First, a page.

If we had followed the same pattern in 2022, we might have had a Group A consisting, for example, of England, Samoa, Australia and Fiji, and a Group B of New Zealand, Lebanon, Tonga and PNG, with three from each qualifying for the quarter-finals.

We might then have had a Group C of France, Greece, Italy and Scotland, and a Group D of Ireland, Jamaica, Wales and the Cook Islands, with the top team from each group going through to the quarter-finals.

In Rugby League we can never guarantee avoiding one-sided games, as England showed against Samoa, but that structure wouldn’t have generated as many lopsided scorelines as we have seen. Scotland and Jamaica might still have struggled, but they at least wouldn’t be expected to turn out against Australia and New Zealand respectively.

The games would have been much more competitive.

For example, we had this structure in 2013, when the nine games between the six weaker nations in Pools C and D were decided by an average margin of 6.67 points.

This year, that sort of margin has only happened so far in Group D.

The Leigh Leopards

A week ago I attended the presentation by Leigh owner Derek Beaumont that set out the rebrand of the club from the Centurions to the Leopards.

It was an interesting presentation that has since been widely mocked by some people who weren’t there.

There were some potentially valid criticisms of the abandonment of their traditional club colours of cherry and white hoops, combined with some criticism of the new shirt, the logo and the way in which the rebrand was revealed.

I can fully understand the doubts that some people might have. But the club is changing an identity that is too readily associated with failure in Super League to a new identity that may deliver success. Inevitably, however, change is controversial for many fans.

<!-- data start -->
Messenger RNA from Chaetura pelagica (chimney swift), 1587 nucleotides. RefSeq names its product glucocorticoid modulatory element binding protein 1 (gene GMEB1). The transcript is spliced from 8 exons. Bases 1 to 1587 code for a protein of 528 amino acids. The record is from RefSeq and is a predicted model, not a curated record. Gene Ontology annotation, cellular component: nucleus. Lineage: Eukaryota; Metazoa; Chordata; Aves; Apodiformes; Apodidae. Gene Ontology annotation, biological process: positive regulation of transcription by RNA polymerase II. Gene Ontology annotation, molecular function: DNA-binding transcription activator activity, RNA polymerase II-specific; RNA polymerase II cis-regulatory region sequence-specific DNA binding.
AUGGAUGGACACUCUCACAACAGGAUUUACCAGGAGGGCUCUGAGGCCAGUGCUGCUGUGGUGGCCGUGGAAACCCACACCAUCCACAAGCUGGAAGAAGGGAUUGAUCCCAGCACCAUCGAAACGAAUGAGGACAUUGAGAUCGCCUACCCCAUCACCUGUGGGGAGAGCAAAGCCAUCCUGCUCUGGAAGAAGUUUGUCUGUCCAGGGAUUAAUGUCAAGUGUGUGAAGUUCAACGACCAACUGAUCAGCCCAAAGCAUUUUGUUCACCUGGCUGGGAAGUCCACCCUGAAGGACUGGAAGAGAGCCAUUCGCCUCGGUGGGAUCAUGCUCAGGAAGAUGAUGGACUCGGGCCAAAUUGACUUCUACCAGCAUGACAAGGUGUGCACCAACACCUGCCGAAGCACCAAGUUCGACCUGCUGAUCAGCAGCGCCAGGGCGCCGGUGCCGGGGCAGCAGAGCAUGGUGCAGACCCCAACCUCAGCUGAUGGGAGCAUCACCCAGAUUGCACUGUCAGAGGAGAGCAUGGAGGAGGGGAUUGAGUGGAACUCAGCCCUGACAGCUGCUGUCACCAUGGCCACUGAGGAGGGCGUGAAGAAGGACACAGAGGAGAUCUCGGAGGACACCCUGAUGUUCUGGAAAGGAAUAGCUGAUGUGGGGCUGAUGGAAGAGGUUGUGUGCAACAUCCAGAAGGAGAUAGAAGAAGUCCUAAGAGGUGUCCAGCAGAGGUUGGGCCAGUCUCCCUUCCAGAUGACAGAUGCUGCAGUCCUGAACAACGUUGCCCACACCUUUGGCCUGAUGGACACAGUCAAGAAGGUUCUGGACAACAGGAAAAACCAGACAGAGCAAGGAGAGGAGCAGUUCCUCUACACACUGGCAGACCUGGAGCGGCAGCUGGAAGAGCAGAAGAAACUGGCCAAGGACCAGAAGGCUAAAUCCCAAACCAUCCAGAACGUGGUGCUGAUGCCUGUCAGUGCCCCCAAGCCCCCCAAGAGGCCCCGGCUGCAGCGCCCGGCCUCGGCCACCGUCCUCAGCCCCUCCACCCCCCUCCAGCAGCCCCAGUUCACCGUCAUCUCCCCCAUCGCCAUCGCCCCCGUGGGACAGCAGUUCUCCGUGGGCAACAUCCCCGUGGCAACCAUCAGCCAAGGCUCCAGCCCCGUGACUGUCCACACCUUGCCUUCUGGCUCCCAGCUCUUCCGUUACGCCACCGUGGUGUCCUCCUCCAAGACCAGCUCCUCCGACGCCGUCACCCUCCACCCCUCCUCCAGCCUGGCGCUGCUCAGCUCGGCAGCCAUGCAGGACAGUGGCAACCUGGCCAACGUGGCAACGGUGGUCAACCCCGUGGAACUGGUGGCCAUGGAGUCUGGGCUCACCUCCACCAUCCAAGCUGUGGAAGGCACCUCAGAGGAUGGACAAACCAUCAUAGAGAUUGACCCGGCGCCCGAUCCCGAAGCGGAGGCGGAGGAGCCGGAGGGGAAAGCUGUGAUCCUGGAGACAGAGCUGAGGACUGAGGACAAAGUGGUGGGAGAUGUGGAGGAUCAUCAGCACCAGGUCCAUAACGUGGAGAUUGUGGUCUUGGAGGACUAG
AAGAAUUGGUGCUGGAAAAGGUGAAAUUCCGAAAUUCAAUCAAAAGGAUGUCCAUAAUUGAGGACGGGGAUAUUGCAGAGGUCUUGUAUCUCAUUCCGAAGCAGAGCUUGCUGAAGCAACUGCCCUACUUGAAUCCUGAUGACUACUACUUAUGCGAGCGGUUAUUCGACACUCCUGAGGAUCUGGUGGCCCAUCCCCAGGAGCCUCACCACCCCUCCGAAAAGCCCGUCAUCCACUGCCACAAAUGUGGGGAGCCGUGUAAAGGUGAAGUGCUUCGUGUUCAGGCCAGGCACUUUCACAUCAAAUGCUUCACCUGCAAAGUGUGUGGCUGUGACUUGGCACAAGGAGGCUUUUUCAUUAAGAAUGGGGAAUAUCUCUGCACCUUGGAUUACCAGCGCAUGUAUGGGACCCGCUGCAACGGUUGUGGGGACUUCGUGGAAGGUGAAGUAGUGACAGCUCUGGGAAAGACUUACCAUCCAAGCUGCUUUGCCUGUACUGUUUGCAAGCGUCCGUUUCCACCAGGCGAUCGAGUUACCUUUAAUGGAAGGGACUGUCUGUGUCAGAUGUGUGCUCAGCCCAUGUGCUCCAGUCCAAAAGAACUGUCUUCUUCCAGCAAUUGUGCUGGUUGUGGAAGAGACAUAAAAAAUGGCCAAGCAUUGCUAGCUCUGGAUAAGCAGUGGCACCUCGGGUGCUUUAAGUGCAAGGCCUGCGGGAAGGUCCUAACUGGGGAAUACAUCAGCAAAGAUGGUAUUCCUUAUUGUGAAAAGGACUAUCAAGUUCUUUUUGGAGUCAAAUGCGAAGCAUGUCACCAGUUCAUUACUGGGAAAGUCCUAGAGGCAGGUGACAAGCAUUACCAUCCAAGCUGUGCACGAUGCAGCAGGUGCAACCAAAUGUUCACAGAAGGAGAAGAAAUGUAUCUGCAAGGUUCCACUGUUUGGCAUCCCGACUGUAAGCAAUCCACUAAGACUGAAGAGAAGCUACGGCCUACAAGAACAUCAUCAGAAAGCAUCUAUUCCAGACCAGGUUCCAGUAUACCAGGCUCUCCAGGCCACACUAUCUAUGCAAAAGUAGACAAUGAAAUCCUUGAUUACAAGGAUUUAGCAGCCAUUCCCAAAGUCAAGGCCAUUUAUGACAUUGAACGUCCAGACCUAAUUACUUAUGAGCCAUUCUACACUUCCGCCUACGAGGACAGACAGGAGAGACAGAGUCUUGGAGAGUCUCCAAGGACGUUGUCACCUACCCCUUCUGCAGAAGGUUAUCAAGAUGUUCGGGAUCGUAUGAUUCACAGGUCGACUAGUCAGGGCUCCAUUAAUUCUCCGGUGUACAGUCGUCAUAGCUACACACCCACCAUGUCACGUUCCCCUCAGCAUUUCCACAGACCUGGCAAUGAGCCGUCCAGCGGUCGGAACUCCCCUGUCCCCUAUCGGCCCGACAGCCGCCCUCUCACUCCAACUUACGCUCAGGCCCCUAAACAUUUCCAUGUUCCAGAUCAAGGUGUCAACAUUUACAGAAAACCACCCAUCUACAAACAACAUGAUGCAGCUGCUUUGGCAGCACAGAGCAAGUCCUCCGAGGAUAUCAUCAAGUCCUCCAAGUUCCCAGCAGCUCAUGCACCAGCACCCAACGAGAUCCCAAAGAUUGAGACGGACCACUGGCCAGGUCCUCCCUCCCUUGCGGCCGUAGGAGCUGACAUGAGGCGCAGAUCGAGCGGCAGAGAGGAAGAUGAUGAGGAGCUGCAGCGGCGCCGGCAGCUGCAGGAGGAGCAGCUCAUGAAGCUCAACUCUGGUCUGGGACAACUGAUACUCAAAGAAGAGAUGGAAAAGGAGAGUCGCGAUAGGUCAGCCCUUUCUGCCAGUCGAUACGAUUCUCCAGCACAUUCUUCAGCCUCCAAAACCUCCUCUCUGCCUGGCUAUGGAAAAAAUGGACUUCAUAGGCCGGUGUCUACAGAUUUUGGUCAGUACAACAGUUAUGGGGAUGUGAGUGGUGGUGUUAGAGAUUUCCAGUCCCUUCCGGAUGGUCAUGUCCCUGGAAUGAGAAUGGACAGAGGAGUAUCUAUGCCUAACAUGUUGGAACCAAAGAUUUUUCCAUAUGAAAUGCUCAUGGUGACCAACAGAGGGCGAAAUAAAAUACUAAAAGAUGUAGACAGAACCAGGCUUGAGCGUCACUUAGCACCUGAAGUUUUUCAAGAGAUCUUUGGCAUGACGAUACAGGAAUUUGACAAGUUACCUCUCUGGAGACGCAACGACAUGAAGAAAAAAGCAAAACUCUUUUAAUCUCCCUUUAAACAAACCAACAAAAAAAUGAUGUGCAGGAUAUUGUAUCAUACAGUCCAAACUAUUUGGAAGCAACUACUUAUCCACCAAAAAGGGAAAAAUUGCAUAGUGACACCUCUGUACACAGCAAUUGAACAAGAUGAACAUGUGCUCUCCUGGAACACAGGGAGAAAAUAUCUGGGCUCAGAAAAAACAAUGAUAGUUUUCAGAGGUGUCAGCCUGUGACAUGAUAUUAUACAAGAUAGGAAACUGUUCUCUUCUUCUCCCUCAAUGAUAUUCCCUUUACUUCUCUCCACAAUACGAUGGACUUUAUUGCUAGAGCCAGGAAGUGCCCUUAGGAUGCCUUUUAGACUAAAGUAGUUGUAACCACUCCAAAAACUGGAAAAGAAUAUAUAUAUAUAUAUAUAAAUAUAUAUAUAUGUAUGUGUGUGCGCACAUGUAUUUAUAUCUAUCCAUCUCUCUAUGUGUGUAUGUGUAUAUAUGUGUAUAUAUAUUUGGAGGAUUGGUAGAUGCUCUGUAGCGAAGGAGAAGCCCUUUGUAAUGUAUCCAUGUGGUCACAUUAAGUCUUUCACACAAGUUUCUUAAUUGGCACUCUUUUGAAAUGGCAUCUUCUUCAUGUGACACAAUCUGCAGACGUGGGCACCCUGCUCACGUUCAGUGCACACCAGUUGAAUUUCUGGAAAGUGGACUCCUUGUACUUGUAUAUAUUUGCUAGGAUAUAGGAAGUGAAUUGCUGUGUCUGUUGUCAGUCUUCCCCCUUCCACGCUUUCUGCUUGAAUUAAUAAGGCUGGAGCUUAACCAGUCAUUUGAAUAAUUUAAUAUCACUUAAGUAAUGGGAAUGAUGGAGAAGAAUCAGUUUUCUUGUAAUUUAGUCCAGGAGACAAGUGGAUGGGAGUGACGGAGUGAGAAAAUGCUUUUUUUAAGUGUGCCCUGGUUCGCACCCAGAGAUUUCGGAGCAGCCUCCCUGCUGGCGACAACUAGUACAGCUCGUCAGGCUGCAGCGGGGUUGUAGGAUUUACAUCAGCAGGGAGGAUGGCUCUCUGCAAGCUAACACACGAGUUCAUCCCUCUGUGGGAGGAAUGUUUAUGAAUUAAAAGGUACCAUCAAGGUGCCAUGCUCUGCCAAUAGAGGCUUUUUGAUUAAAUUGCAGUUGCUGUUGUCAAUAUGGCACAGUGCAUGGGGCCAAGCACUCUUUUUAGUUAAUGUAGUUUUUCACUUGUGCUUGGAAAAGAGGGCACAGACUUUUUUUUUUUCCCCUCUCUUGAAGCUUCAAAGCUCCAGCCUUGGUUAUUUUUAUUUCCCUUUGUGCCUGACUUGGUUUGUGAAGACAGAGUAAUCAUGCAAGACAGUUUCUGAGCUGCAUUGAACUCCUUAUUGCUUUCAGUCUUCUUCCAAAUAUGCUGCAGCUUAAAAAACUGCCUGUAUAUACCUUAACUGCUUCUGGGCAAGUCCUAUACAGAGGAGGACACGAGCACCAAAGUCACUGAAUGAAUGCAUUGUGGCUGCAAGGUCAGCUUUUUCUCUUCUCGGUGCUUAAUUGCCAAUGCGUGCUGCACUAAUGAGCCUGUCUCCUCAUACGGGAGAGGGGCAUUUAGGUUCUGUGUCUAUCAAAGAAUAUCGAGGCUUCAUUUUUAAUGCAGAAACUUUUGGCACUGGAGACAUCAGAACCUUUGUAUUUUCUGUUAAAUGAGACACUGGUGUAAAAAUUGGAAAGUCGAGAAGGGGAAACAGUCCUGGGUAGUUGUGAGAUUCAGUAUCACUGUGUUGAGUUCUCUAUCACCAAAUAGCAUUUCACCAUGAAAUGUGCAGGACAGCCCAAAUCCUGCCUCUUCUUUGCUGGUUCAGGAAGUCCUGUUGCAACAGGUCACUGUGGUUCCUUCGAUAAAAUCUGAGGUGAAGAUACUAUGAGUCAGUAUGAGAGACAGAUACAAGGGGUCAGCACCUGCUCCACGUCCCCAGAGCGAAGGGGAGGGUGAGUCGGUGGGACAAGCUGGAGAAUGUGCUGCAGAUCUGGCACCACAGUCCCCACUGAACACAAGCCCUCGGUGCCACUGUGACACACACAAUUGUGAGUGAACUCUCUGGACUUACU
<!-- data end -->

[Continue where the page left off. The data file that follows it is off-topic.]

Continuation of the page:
Rebrands tend to work best when a club is on the verge of a new era, which we are seeing in Rugby League.

As I wrote on Twitter, it’s easy to scoff, whether at the plan, the strip, the owner or the town of Leigh, but it’s far harder to create a viable plan that will change the destiny of a club. I hope the Leopards can become as successful as the Rhinos, which was another controversial rebrand at the time.

Lindsey Burrow

I found it very difficult to watch the documentary about Rob Burrow on the BBC last week without welling up.

It’s so incredibly distressing to see what has happened to Rob and to reflect on the fact that no one can do anything to reverse the terrible disease that has struck him down.

And yet you would need a heart of stone not to recognise what a wonderful woman his wife Lindsey is.

How she and her children have managed to cope with Rob’s illness, while presenting such a strong face to the outside world, is truly inspiring.

She really is a remarkable woman and the Burrows are a truly incredible family.

Rob Burrow achieved some great things in his life before being struck down by motor neurone disease.

But I’m certain that the greatest thing he ever did was to get down on one knee and propose marriage to Lindsey.

Martyn Sadler writes a weekly Rugby League column in League Express. You can take out a subscription at